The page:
On July 20, the Wall Street Journal published an article by Kees van der Straaij, who is a member of the Netherlands parliament. The following is the Wall Street Journal article – In the Netherlands, the doctor will kill you now.
In 2002 the Netherlands became the first country to legalize euthanasia and physician-assisted suicide for those suffering deadly diseases or in the last stages of life. Not long after the legislation was enacted, eligibility was expanded to include those experiencing psychological suffering or dementia. Today pressure is mounting for the Dutch government to legalize a “euthanasia pill” for those who are not ill, but simply consider their lives to be “full.”
Proponents of assisted suicide continue to claim that safeguards already built into Dutch law are sufficient to reduce the risk of abuse. They point out that medical professionals are required to assess whether a person’s suffering is indeed unbearable and hopeless.
These safeguards do exist. In practice, however, they are hard to enforce. A poignant illustration was recently aired on Dutch television. An older woman stricken with semantic dementia had lost her ability to use words to convey meaning. “Upsy-daisy, let’s go,” she said. Both her husband and her physician at the end-of-life clinic interpreted her words to mean, “I want to die.” A review committee judged her euthanasia was in accordance both with the law and her earlier written instructions, an outcome very few would have imagined possible as recently as 10 years ago.
Such episodes have many Dutch people worried about the erosion of protections for the socially vulnerable and medically fragile. A broad and heated public debate recently flared about whether doctors may administer fatal drugs to those with severe dementia based on a previously signed “advance directive.” In several controversial cases, assisted suicide was not directly discussed with patients who were incapable of reaffirming earlier written death wishes. In one case, a doctor slipped a dementia patient a sleeping pill in some apple sauce so that he could be easily taken home and given a deadly injection.
Hundreds of Dutch physicians signed a declaration outlining their moral objection to these increasingly common practices. Nonetheless, the Dutch government stands by its claim that the law permits doctors to end such patients’ lives. Meanwhile, the Dutch Right to Die Society, a national euthanasia lobby, keeps pressing to take further steps, arguing that individuals should have the option to “step out of life.”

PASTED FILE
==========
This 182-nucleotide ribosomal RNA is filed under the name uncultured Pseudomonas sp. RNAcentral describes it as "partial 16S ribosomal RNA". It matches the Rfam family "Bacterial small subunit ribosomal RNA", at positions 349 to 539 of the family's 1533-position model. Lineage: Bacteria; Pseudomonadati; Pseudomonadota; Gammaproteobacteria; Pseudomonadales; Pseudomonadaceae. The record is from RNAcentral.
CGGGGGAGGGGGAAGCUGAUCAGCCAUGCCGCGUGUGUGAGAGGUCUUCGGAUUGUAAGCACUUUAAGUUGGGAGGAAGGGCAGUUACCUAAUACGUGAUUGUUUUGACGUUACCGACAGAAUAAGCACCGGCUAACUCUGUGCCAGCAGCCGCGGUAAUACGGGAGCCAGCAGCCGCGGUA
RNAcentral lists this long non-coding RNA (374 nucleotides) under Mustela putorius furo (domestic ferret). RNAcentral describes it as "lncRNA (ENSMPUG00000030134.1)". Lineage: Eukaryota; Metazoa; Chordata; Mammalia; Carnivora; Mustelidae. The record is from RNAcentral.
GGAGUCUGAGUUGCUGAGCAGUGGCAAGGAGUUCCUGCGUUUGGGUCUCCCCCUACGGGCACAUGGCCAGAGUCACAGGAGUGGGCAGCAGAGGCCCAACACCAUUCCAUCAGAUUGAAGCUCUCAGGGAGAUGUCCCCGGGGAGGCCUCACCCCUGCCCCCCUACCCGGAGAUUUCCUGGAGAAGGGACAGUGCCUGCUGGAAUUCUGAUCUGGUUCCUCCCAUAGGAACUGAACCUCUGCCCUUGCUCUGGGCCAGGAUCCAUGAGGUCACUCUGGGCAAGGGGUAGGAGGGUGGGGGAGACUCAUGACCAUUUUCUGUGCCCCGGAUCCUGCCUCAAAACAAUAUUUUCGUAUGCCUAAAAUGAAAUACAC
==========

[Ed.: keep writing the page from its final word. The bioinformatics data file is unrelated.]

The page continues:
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But is this argument really convincing? Those seeking death because their lives are “full” are often haunted by loneliness and despair. Some elderly people fear bothering their children with their social and medical needs. They don’t want to be perceived as burdensome.
Legalizing the euthanasia pill could put even more pressure on the vulnerable, disabled and elderly. More than 60% of geriatric-care specialists already say they have felt pressure from patients’ family members to euthanize elderly relatives. Will the day come when society considers it entirely normal—even “natural”—for people who grow old or become sick simply to pop the pill and disappear? If so, those who desire to continue living in spite of society’s expectations will have some serious explaining to do.
All of this clearly shows the slippery slope of the euthanasia path. Contrary to the emphatic advice of a special advisory committee chaired by a prominent member of a liberal-democratic party, the outgoing Dutch government wishes to expand and extend the euthanasia law to those who consider their lives to be full. The pressing question is where the slope ends and the abyss begins. Will those with intellectual disabilities or physical defects also be “empowered” to step out of life? Will those battling thoughts of suicide be encouraged to opt for a “dignified death” in place of excellent psychiatric care?
The government’s most fundamental task is to protect its citizens. The Dutch government, to its credit, often speaks out when fundamental human rights are under threat around the world. Now that the fundamental right to life is under threat in the Netherlands, it’s time for others to speak out about the Dutch culture of euthanasia.
Links to other articles concerning euthanasia in the Netherlands.
- Netherlands study: 431 people were killed without explicit consent in the Netherlands in 2015.
- Euthanasia pioneer provides new information concerning euthanasia in the Netherlands.
- Netherlands 2016 euthanasia report. Euthanasia increases by another 10%.